- To do this, open VirtualBox and select your newly created VM from the list of VMs on the left-hand side.
- Click on the “Settings” button and then select the “Storage” section in the left-hand menu.
- In the right-hand pane, you should see an empty CD/DVD Drive (labeled as IDE Secondary Master).
- Click on this drive to select it and then click on the disc icon next to it to open up a window where you can specify an ISO file. Select your Ubuntu ISO file from here, then click on the “OK” button to save this setting for your VM.
- Finally, start up your Virtual Machine by clicking on the “Start” button. After a few moments, you should see an Ubuntu installation screen appear.
- Follow the on-screen instructions to complete the Ubuntu installation in your Virtual Machine. Once your installation is complete, you can begin using your Ubuntu virtual machine.
Setting up virtual machine
Assuming that you have already installed VirtualBox on your host operating system, launch the program and click the New button to create a new virtual machine.
- Name your VM whatever you like; I’ll call mine “Ubuntu Desktop.” Select the type of operating system you want to install as Ubuntu 64-bit, and then choose the version from the Version drop-down menu.
- Now that you have chosen the operating system and version for your VM, it’s time to allocate resources.
- How much memory do you want to give your VM? I recommend at least 2048 MB, but feel free to give it more if you have RAM to spare on your host machine.
- As for processors, I recommend giving your VM one or two cores, depending on how many your host machine has.
- The next step is to create a virtual hard drive for your VM. VirtualBox gives you two options: dynamically expanding storage or fixed-size storage.
- Dynamically expanding storage starts small but grows as you add files to it, while fixed-size storage occupies a set amount of space on your physical hard drive immediately. For this tutorial, we will use dynamically expanding storage.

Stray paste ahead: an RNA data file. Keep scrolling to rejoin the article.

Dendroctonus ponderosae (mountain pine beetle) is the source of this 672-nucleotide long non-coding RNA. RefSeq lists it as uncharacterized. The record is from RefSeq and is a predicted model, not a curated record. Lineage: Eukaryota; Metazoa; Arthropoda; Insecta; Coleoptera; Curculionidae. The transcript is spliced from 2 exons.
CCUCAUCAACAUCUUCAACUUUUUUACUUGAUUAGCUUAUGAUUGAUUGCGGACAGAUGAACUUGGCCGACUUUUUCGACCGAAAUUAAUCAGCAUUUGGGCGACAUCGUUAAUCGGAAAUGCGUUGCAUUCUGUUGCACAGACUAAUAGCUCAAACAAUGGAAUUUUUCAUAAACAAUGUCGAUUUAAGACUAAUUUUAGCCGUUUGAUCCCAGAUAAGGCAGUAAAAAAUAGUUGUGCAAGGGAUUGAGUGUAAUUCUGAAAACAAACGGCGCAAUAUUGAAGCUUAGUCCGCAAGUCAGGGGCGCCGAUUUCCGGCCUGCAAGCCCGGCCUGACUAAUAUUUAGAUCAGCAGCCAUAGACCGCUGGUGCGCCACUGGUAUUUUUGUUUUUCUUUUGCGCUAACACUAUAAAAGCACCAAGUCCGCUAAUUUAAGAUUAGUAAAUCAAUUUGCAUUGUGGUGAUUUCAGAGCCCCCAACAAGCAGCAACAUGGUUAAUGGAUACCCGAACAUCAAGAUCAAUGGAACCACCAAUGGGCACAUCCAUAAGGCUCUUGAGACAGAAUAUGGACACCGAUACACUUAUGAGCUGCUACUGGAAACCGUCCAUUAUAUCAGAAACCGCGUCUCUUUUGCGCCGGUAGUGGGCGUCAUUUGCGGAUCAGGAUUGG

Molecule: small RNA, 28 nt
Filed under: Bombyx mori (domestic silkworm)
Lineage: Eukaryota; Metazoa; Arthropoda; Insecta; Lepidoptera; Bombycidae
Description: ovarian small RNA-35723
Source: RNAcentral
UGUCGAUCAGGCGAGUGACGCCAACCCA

- Click through the remaining prompts and settings until you reach the final screen titled “Summary.”
- This is where you can review all of the choices you have made for your VM before creating it. Once you are satisfied with your selections click Create and wait a few moments for VirtualBox to create your new virtual machine.
- Once the virtual machine has been created, you can go back to the main VirtualBox window and start it.
- You will be prompted to select a boot medium. Select the installation file for Ubuntu Desktop that you have downloaded and click OK.
- The VM will begin booting and you can follow the on-screen instructions to complete the setup process.
Updating Virtual Machine
If you want to update your Ubuntu virtual machine, here are a few easy steps to follow.
- First, open VirtualBox and select your VM from the left sidebar. Then, click on the “Update” icon at the top of the window.
- A new window will pop up, asking you how you would like to update your VM.
- You can either choose to “Update settings only” or “Update settings and contents”.
- If you only want to update the settings, select the first option and click on “Next”.
- However, if you want to update both the settings and contents of your VM, select the second option and click on “Next”.
- A new window will appear, asking you which updates you would like to install. Select all of the options and click on “Apply”.
- Your Ubuntu virtual machine will now be updated!
Tips and safety measures for creating a Virtual Machine
When you are creating a virtual machine, there are a few things to keep in mind in order to ensure safety and security. Here are some tips:
1) Keep your operating system and software up to date. This will help close any security vulnerabilities that could be exploited.
2) Use a strong password for your virtual machine. This will help protect it from unauthorized access.
3) Make sure to back up your virtual machine periodically. This way if anything happens to it, you can restore it from a backup.
4) If possible, use encryption for your virtual machine. This will help protect its contents from being accessed by anyone who should not have access.
Setting up a virtual machine using Ubuntu and VirtualBox is easy, and anyone can do it.
After selecting the parameters necessary to create the VM, you will be ready to install your version of Ubuntu on the new virtual environment.
With all the applications available within Ubuntu, you’ll have an entire operating system running in an isolated environment that won’t interfere with other VMs or programs running in your host operating system.
No matter what type of project you are working on, having a separate space for experimentation makes developing much easier!